An 8-page printout of the conference program that I was scheduled to speak on, the hotel reservation, the plane ticket confirmation, a letter of invitation (that had to be changed in its wording to reflect the exact event, signed by HR at company HQ three time zones away), a USPS money order (no other method of payment allowed), a reprinted online application (some 5 pages to type in, no way to look up and modify a prior version), two trips to Kinko's/FedEx, problems receiving a fax, and three visits back to the consulate's office later, the last visit was at closing time (1pm).

Upon which the officer asked for me to hand-write an affidavit, about some concern over a request in the letter for two additional visits in the coming year, that I would be compensated for training.

At that point I kept up a humble posture, understanding that writing up a statement is easy after all the other things were handled. I pick up the visa this Friday, three business days before their official timeframe, and the lesson learned: 10 business days before you leave, if going in person, and asking for an exception can be done if there's a strong enough reason, and a sympathetic ear.
posted by scooterdog at 6:17 AM on September 3, 2012 [3 favorites]


Frequent traveler here. The other option you can avail yourself of:

Prior to departure, book another flight from Sao Paulo to say Buenos Aires/Santiago/Montevideo etc. And this may help show you as a transit passenger through Brazil, which you most certainly don't need a visa for.
posted by Kruger5 at 6:58 AM on September 3, 2012 [2 favorites]


Prior to departure, book another flight from Sao Paulo to say Buenos Aires/Santiago/Montevideo etc. And this may help show you as a transit passenger through Brazil, which you most certainly don't need a visa for.

But, wouldn't authorities be alerted as soon as Typographica was a no-show for the connecting flights? Seems like they could end up being in an even bigger mess then.
posted by Thorzdad at 7:38 AM on September 3, 2012 [1 favorite]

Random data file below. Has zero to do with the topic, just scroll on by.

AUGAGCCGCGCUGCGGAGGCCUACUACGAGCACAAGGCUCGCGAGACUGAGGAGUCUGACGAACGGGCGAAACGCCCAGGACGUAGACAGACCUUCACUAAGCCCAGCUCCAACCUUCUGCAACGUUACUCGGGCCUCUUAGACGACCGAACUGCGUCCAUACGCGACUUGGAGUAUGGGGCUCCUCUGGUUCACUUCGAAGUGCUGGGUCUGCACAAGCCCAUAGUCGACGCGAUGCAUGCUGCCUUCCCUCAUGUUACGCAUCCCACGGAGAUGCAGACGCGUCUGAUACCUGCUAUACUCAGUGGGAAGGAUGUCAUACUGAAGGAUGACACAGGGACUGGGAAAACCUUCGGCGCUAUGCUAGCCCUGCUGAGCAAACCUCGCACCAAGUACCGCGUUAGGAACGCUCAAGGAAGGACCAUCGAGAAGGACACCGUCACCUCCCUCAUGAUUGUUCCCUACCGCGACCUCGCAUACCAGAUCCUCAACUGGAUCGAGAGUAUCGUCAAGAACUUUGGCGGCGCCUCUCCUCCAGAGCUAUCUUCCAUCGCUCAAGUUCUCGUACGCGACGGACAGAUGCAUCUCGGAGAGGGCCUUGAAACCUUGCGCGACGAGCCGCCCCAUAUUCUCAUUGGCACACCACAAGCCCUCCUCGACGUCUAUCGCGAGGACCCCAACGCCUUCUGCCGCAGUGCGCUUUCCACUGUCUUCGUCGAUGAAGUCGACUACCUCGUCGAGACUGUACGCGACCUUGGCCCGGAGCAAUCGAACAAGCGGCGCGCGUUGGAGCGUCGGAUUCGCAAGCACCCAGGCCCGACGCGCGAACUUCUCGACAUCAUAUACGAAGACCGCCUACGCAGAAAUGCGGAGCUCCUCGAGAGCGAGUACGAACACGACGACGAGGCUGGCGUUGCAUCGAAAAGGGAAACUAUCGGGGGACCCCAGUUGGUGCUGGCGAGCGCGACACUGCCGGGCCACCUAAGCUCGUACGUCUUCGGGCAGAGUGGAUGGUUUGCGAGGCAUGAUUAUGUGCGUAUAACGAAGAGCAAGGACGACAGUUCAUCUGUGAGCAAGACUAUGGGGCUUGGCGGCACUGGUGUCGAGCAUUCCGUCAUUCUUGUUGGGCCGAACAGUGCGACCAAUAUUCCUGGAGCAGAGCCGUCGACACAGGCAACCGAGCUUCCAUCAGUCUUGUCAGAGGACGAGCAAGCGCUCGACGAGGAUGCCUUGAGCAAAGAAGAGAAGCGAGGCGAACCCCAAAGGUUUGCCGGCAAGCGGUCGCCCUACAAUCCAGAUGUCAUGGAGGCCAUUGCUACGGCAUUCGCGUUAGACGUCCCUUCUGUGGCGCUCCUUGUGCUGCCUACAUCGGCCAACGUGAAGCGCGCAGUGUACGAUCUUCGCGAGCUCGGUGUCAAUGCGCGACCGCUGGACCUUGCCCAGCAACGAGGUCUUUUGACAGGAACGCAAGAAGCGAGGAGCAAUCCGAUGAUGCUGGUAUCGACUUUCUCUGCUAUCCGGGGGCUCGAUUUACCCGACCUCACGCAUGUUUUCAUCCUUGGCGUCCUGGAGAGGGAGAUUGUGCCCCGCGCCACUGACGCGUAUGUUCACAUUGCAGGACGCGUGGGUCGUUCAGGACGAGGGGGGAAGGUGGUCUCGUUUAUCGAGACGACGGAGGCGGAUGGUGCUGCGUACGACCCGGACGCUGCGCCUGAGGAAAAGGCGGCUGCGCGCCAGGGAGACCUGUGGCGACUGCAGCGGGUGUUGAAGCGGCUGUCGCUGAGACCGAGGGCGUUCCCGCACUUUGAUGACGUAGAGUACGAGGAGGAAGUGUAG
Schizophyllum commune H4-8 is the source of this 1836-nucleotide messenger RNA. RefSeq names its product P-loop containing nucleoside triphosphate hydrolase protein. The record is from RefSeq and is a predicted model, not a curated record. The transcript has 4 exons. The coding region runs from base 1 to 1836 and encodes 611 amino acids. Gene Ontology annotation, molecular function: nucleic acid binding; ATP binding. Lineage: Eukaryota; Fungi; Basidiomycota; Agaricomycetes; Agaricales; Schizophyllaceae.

The suggestion to pretend you are transiting is terrible, useless and wrong.

He does not need a visa to transit, where the definition of 'transit' is (quoting the Brazilian consulate) 'if you do not plan to leave the transit area of the airport, you won’t need a visa'

If he intends to leave the secure area of the airport, then, again quoting the Brazilian embassy, 'In order to enter Brazil legally, even if only for a few hours, you will need a visa.'

So your suggestion would end up with the OP arriving in Brazil with no visa, and (depending on his ability to lie quickly and believably under pressure) possibly being ejected at immigration, likely complicating any future attempts to visit, and either taking his prebooked flight to a random city in South America that he didn't want to go to and buying a new return flight from there, or perhaps being forced to pay for an instant return flight not at his own convenience.
posted by jacalata at 7:56 AM on September 3, 2012 [5 favorites]


Given the accusation some have implied due to my response, let me be clear:

My suggestion was not to deceive Brazilian authorities, but to book and take a legitimate flight from Sao Paulo to an alternate city, so that the OP can use and enjoy the ticket to South America, not lose major $, and not have to worry about visas.
posted by Kruger5 at 1:27 PM on September 3, 2012 [1 favorite]


sorry for misinterpreting you, I like your idea
posted by jacalata at 5:45 PM on September 3, 2012


« Older I Can't Hear You!!!   |   Sweet, lazy hipster girl music video (who is she?) Newer »
This thread is closed to new comments.